For a while now, I’ve fancied having a nice little bistro-style table to go on the patio in my garden but was unable to find anything that I liked. As I had a some 7ft scaffold planks left over from building some raised beds, I decided to use one of those and make my own table top. At this point, the plan was to use a standard table base and just make my own top, but more on that later.
Now scaffold planks aren’t exactly high quality building materials as they will be bettered, bent and probably covered in building dust. Here’s the one I started with:
The first job is to remove the protective metal straps at either end of the board. They’ll probably be held in with half a dozen nails and can be pried free quite easily:
Now as any skilled woodworker will tell you, it’s important to properly prepare your timber for the job in hand. So you’ll want to pass the plank through a thickness planer to get rid of any bowing and then ensure the sides are straight and true by carefully planing them with a jointing plane.
Or, if you’re me just bung the plank in to your workmate and attack the edges with your electric plane and hope for the best:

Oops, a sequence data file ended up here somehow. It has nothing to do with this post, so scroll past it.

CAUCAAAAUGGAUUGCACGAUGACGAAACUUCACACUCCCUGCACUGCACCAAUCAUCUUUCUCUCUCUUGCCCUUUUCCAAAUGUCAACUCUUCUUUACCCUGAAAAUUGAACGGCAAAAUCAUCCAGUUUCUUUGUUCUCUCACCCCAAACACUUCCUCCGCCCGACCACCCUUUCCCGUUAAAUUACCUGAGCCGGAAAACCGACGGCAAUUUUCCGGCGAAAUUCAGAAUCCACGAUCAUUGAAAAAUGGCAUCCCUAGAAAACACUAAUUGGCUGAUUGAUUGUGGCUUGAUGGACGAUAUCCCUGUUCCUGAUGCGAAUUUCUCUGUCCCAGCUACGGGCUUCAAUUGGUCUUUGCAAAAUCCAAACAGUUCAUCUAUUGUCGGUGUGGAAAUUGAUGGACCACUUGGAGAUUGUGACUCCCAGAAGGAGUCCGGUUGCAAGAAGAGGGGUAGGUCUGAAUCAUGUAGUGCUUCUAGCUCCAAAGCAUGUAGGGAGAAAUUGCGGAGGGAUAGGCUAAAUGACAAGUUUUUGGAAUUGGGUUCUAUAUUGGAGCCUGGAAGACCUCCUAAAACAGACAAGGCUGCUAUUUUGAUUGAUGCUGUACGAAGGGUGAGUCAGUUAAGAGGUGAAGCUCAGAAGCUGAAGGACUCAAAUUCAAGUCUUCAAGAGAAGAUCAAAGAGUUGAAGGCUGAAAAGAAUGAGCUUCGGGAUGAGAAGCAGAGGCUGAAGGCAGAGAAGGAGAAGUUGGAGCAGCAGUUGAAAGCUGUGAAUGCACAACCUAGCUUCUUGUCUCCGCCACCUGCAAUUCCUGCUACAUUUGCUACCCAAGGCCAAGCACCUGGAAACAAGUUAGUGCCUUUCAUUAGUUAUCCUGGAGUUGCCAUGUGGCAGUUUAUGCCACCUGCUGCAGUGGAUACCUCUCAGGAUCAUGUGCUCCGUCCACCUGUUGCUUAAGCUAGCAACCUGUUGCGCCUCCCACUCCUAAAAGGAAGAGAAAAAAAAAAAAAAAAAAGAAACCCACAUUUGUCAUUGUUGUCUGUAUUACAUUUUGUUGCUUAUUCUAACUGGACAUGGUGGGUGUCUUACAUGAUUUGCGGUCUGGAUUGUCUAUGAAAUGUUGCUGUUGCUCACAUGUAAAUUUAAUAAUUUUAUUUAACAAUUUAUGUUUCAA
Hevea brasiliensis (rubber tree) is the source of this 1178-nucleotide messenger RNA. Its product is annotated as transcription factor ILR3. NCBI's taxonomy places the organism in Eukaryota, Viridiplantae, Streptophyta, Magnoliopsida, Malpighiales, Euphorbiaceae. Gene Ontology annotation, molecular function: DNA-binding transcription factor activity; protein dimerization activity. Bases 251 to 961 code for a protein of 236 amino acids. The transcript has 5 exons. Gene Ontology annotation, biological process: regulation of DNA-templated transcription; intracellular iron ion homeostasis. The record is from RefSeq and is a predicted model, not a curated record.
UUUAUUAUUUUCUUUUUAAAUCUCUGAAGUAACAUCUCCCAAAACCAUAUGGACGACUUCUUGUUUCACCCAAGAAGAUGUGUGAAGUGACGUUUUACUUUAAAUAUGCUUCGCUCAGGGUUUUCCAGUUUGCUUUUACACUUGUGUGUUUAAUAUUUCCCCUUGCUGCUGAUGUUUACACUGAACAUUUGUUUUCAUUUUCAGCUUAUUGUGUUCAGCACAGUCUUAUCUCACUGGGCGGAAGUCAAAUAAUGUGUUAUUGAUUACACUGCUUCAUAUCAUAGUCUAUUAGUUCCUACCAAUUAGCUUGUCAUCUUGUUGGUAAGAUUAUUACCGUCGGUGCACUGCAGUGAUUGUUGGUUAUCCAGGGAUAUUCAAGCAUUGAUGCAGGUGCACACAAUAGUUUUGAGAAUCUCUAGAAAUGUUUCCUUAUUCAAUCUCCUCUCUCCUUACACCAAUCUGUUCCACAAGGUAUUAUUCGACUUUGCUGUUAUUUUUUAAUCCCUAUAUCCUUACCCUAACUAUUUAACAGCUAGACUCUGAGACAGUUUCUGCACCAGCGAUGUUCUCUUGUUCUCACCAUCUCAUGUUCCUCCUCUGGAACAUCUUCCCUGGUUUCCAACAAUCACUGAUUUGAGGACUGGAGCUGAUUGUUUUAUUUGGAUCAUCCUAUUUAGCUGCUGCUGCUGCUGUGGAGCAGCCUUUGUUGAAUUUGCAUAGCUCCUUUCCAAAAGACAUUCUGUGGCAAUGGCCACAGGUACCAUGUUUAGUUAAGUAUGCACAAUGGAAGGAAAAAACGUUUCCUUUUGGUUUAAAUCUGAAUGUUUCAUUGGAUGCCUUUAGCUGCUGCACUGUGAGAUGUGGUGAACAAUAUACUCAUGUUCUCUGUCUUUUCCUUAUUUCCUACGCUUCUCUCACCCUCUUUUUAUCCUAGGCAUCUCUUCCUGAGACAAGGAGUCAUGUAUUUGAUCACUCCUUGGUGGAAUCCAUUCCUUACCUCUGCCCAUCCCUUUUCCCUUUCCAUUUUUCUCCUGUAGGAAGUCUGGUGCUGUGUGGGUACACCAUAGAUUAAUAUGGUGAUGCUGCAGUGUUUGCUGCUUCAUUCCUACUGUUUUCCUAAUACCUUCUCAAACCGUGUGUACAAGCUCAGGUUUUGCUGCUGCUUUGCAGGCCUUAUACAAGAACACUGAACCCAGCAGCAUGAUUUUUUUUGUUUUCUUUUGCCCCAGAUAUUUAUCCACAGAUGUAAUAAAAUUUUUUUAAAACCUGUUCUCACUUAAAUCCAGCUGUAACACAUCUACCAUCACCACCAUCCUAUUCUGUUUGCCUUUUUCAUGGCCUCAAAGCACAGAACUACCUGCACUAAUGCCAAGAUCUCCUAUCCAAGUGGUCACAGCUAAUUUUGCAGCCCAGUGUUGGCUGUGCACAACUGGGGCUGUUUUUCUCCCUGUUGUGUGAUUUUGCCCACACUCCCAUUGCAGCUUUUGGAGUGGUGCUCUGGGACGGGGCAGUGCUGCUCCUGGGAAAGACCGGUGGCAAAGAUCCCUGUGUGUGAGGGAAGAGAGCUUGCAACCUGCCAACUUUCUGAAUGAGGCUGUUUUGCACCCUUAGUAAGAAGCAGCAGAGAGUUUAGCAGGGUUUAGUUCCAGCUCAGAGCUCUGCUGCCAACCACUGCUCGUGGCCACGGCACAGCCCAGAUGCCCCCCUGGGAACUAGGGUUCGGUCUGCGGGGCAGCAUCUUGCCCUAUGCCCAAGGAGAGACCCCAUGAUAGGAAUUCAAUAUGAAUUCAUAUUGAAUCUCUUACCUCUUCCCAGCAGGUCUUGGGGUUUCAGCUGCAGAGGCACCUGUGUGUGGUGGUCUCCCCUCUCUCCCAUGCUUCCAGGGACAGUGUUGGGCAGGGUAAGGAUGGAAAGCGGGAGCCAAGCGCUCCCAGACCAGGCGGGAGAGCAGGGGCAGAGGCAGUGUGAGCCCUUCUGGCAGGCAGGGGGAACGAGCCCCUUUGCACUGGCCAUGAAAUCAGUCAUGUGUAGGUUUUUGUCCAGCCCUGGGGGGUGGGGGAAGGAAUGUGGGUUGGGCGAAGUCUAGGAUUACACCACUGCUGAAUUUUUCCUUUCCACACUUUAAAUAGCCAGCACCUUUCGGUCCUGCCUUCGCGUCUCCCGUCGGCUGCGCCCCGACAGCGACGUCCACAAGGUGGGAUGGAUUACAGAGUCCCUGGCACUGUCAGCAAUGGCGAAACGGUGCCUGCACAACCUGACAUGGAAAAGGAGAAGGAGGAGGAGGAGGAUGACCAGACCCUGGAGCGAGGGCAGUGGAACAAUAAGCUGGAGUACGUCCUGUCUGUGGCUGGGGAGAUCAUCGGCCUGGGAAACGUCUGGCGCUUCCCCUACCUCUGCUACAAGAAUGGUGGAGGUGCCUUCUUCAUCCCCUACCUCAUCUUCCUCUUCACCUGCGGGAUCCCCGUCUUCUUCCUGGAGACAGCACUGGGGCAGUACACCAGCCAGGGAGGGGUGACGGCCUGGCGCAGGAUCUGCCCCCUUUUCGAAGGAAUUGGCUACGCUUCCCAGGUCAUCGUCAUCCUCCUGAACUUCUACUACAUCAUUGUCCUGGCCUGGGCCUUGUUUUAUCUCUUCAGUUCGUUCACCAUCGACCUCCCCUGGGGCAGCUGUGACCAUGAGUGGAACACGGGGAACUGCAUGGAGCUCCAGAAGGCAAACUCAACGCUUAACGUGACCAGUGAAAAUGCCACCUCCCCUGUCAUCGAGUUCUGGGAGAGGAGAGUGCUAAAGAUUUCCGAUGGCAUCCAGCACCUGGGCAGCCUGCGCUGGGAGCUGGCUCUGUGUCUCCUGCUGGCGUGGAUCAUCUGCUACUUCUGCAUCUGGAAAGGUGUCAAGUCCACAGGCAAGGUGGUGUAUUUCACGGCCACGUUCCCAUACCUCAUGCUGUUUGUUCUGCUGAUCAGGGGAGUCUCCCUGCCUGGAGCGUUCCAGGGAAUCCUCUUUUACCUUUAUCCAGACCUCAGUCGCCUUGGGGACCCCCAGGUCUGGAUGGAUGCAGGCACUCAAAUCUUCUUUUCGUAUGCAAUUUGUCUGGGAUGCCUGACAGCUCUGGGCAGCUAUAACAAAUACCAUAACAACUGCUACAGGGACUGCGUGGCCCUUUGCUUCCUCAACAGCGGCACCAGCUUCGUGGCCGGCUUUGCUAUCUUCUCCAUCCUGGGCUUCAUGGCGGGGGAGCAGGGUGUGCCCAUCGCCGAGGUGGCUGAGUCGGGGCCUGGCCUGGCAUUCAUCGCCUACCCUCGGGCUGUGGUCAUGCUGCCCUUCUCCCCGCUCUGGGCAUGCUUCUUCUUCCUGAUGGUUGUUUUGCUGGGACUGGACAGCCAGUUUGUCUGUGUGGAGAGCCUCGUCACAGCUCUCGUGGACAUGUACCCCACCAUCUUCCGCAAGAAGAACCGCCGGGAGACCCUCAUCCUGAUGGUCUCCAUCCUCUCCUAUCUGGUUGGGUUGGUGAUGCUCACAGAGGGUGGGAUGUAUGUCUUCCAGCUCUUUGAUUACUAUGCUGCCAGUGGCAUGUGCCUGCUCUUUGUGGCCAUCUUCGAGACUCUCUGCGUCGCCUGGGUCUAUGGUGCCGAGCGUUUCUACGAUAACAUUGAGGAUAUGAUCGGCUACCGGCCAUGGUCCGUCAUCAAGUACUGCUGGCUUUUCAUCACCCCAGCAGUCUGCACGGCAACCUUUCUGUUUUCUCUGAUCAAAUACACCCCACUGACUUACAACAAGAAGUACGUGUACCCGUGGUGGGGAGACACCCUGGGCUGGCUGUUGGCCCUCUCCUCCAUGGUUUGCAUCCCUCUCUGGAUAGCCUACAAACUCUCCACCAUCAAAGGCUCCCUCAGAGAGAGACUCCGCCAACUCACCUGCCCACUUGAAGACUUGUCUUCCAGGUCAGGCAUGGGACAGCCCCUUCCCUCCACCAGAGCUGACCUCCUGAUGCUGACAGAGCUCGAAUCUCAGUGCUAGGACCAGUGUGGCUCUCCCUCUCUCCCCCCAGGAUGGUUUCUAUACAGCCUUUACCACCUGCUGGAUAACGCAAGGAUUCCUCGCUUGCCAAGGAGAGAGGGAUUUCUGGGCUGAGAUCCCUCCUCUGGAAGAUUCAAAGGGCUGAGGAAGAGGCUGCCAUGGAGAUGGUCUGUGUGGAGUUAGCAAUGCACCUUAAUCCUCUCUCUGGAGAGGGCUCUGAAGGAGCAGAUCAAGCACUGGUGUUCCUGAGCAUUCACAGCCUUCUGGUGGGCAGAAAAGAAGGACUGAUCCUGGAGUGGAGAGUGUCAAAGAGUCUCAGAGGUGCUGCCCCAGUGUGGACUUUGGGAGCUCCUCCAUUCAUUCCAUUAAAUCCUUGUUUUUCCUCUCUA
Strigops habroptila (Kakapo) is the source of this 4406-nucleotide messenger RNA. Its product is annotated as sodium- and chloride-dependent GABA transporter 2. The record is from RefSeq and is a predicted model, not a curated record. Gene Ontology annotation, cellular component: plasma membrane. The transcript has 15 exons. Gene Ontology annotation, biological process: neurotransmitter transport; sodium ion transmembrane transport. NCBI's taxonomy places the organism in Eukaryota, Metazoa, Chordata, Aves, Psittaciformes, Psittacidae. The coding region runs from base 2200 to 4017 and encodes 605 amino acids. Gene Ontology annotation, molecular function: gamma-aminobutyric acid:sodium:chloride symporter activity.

Next, you’ll want to cut your plank to size. You’ll need to measure the width of the planed board and multiply this appropriately so you get three sections, resulting in a square table top. My table top measures 60cm square which is a nice size for a table for two people to sit in the sun on the patio enjoying a nice cool drink… Anyway, once you’ve cut the board, you’ll end up with something like this:
I chose to use dowel joints to fix my boards together. This is a simple case of drilling holes in each plank, sitting the dowel markers in the holes then offering up the next plank for marking so you know where to drill. There are a number of dowel jointing kits and jigs available that make this easier/more accurate.
The first step is to drill your holes. I’m using 8mm dowels so that means (amazingly) an 8mm wood drill bit, fitted with a depth stop:
Then fit the spiked metal markers into the holes:
Next, you offer up the next board and press it firmly against the markers. You’ll end up with a series of dimples in the board that show where you need to drill. This will ensure that your holes line up nicely:
The next stage is to liberally apply wood glue to the holes and the sides of each board, sit the dowels in place then push the various boards together:
Finally, clamp it all together and leave to dry overnight:
I’ll be writing up what I did for the base and how I attached the top in later posts.